On Wed, 09 Jun 2004 17:20:45 GMT, spam@spam.com (Bob) wrote:

>On Wed, 09 Jun 2004 09:22:15 -0700, Neil Maxwell
><neil.maxwell@intel.com> wrote:
>
>>>>TI7 only offers what they call an incremental backup, which is the
>>>>same as a differential backup.
>
>>>Wrong.
>
>>Care to expand?
>
>An incremental backup clears the archive bit. A differential backup
>does not clear the archive bit.

(balance of good explanation snipped)

I probably should have stated that it's *essentially* the same as a
differential backup for TI7. You're right, they don't clear the
archive bit, and they do call it an incremental backup, but it behaves
very much like a traditional differential backup except for those
aspects.

Only changed files are backed up. If a full backup is performed on
Monday and a file changes on Tuesday, it gets backed up on Tuesday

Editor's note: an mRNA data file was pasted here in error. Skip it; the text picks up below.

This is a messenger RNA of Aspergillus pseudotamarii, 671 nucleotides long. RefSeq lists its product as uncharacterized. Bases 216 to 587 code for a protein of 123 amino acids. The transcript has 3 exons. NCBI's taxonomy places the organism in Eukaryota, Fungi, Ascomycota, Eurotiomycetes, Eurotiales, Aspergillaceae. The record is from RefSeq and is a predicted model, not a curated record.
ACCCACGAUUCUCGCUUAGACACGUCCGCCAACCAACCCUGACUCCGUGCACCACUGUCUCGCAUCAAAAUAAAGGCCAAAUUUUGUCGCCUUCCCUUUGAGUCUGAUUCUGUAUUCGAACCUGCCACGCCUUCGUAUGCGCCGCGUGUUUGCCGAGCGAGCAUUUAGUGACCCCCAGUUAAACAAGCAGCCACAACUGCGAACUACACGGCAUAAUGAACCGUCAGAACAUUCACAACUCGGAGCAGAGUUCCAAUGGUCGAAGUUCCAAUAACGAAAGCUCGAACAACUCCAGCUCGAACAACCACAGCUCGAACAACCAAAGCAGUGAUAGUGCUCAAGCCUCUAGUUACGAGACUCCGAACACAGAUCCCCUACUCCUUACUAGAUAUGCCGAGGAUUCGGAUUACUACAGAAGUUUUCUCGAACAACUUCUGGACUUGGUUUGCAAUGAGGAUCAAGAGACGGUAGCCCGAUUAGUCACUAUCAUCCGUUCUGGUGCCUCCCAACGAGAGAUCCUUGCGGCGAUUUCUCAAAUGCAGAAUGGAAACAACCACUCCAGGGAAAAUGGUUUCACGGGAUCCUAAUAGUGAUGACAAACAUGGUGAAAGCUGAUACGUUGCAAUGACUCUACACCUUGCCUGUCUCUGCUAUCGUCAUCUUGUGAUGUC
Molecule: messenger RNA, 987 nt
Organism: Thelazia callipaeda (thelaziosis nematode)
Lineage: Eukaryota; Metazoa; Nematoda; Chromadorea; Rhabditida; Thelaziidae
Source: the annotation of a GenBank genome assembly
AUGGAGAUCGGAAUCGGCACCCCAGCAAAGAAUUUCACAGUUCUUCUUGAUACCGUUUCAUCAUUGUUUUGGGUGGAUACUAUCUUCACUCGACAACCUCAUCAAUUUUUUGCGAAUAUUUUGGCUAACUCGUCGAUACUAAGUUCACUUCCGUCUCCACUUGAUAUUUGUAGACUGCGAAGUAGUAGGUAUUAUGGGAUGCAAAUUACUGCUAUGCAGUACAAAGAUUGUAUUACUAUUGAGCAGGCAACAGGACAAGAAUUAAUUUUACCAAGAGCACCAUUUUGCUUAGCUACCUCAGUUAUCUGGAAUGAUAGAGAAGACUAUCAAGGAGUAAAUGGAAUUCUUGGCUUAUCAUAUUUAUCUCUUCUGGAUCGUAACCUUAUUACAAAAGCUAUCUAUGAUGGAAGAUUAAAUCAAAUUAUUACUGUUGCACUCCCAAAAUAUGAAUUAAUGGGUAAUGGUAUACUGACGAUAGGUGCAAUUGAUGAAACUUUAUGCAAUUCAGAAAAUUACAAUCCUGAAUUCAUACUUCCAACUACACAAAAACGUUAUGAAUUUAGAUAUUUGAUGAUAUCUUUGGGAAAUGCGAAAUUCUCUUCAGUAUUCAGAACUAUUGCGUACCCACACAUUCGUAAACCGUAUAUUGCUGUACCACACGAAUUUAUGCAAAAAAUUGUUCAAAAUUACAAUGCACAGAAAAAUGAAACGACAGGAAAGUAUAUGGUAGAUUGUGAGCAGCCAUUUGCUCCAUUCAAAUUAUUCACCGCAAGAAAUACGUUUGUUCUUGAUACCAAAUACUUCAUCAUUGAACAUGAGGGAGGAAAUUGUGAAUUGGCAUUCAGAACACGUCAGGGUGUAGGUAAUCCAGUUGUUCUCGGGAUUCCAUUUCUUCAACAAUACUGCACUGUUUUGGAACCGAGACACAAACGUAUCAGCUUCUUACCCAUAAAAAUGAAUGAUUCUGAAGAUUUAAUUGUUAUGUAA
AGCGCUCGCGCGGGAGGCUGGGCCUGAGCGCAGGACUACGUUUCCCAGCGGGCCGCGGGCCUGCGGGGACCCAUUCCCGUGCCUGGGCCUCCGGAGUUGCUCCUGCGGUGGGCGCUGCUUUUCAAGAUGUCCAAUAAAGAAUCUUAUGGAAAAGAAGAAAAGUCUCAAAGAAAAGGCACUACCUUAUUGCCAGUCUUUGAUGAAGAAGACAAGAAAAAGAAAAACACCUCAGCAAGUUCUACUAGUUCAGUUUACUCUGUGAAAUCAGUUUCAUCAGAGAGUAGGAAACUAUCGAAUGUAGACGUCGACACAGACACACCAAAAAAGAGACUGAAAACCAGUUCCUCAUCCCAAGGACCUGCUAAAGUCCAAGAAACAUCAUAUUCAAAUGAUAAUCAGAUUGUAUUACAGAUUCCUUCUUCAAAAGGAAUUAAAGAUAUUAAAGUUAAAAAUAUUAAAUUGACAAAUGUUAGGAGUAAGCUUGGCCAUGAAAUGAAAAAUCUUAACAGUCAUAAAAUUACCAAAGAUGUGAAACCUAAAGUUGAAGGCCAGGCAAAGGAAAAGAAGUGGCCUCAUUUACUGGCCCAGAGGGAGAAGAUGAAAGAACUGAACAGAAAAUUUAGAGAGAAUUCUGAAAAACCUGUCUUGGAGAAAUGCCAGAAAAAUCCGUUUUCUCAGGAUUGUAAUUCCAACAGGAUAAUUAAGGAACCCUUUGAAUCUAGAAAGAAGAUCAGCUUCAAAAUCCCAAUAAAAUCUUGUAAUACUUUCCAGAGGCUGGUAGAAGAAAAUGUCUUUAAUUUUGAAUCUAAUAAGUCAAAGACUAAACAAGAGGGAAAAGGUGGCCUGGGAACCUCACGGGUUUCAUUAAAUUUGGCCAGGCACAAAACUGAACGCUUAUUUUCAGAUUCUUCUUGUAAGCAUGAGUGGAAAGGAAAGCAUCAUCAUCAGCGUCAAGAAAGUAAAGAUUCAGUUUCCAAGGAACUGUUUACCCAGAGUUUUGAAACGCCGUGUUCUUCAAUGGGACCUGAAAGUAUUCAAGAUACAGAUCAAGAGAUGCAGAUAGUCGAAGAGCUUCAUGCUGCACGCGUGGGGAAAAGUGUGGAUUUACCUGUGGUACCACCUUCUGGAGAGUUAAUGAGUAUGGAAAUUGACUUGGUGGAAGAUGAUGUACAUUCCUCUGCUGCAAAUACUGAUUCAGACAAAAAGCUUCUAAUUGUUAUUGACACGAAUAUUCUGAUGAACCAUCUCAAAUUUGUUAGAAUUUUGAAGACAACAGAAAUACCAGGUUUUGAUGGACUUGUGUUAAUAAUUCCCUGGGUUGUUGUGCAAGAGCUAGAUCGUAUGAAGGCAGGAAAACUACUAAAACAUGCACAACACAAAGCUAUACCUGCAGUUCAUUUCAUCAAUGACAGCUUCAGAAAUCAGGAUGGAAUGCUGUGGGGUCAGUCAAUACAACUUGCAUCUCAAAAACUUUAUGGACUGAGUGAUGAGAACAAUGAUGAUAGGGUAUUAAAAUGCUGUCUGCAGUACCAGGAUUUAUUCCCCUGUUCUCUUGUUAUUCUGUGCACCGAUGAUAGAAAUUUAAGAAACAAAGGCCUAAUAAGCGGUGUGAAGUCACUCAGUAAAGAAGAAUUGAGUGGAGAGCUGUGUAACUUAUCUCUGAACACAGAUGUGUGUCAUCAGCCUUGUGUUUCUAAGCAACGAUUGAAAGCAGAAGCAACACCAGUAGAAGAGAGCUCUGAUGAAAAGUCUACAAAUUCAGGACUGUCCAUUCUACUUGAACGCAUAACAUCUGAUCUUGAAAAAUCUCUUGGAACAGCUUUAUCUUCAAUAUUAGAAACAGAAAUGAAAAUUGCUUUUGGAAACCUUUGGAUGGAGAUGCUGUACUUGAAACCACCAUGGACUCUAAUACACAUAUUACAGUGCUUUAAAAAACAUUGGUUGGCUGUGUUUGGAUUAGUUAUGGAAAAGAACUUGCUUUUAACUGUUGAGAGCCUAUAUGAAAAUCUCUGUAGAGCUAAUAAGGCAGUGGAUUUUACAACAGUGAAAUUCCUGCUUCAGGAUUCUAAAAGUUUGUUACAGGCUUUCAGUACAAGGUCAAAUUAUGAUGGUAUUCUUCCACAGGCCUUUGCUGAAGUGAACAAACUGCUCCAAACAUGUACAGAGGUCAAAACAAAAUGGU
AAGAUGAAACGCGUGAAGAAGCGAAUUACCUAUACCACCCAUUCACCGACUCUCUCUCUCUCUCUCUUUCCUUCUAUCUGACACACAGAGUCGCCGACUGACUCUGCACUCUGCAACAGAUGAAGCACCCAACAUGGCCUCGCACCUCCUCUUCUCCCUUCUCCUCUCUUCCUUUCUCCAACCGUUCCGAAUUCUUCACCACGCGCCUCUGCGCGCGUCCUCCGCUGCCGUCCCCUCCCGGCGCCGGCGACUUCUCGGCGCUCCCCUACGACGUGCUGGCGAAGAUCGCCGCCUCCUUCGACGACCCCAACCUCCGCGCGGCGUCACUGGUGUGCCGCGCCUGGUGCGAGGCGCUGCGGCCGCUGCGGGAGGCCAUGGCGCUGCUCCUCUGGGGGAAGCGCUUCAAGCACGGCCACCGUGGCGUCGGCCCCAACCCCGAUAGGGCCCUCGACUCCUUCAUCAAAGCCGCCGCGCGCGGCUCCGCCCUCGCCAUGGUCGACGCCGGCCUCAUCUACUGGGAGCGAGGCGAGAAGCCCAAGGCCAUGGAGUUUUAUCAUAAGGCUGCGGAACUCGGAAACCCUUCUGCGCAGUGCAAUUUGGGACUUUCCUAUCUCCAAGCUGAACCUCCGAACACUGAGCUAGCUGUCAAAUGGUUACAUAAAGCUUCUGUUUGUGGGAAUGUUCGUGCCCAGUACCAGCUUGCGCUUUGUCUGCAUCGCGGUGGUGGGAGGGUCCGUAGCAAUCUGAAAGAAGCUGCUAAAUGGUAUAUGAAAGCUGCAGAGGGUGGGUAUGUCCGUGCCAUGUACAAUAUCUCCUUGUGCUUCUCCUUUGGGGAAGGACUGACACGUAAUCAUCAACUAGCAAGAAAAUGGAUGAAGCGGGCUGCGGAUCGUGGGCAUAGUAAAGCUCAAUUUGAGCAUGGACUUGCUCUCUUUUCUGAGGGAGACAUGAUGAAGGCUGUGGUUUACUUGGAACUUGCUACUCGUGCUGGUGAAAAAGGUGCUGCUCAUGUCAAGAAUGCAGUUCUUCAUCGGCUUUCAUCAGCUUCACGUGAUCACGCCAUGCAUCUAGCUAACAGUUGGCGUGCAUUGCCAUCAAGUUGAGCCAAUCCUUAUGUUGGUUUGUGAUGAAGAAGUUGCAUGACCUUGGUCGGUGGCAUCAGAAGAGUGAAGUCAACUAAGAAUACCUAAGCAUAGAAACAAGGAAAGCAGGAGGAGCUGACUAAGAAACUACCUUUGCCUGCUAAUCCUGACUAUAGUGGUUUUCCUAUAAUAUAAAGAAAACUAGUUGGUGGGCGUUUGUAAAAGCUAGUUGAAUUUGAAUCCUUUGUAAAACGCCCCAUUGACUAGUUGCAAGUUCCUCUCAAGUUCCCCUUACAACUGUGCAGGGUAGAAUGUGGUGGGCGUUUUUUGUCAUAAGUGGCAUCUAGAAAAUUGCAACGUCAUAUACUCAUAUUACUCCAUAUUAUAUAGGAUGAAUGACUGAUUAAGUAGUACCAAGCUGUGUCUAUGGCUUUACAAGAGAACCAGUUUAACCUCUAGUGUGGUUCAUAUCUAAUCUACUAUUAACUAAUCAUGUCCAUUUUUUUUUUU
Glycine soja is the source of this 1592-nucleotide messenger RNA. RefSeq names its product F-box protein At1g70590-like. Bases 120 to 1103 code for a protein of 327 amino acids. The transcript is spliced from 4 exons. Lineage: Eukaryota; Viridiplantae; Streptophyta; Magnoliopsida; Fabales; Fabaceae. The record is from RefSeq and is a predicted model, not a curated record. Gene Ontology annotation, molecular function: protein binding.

night's backup. It does not get backed up again on subsequent days
unless it gets changed again, but the archive bit is left as it was
(TI7 doesn't ever change the archive bits, AFAIK, but uses internal
data to determine the file state). As I said, the incremental often
gets smaller as the week progresses, just like a differential file
might.

TI7 also restores everything as a virtual single file, regardless of
how many actual incremental files it has made. It restores the state
of the HD as of the last incremental backup in one operation
automatically. You can't choose the individual backups, which may not
be optimal for some uses, but is very simple and bulletproof.

It's really not a traditional backup program, which is one reason I
like it, after many years of using backup programs. It's very easy to
support with inexperienced users, and the focus of the program is
user-friendly wizards and simplicity. As long as it supports your
hardware, I've found it to be reliable, fast, and very easy.

I consider it a bit of a revolution in HD backup, and have helped a
number of inexperienced users set up backup systems with it. So far,
it's worked very well for both backup and restore, but time will tell
on long-term reliability.


Neil Maxwell - I don't speak for my employer
!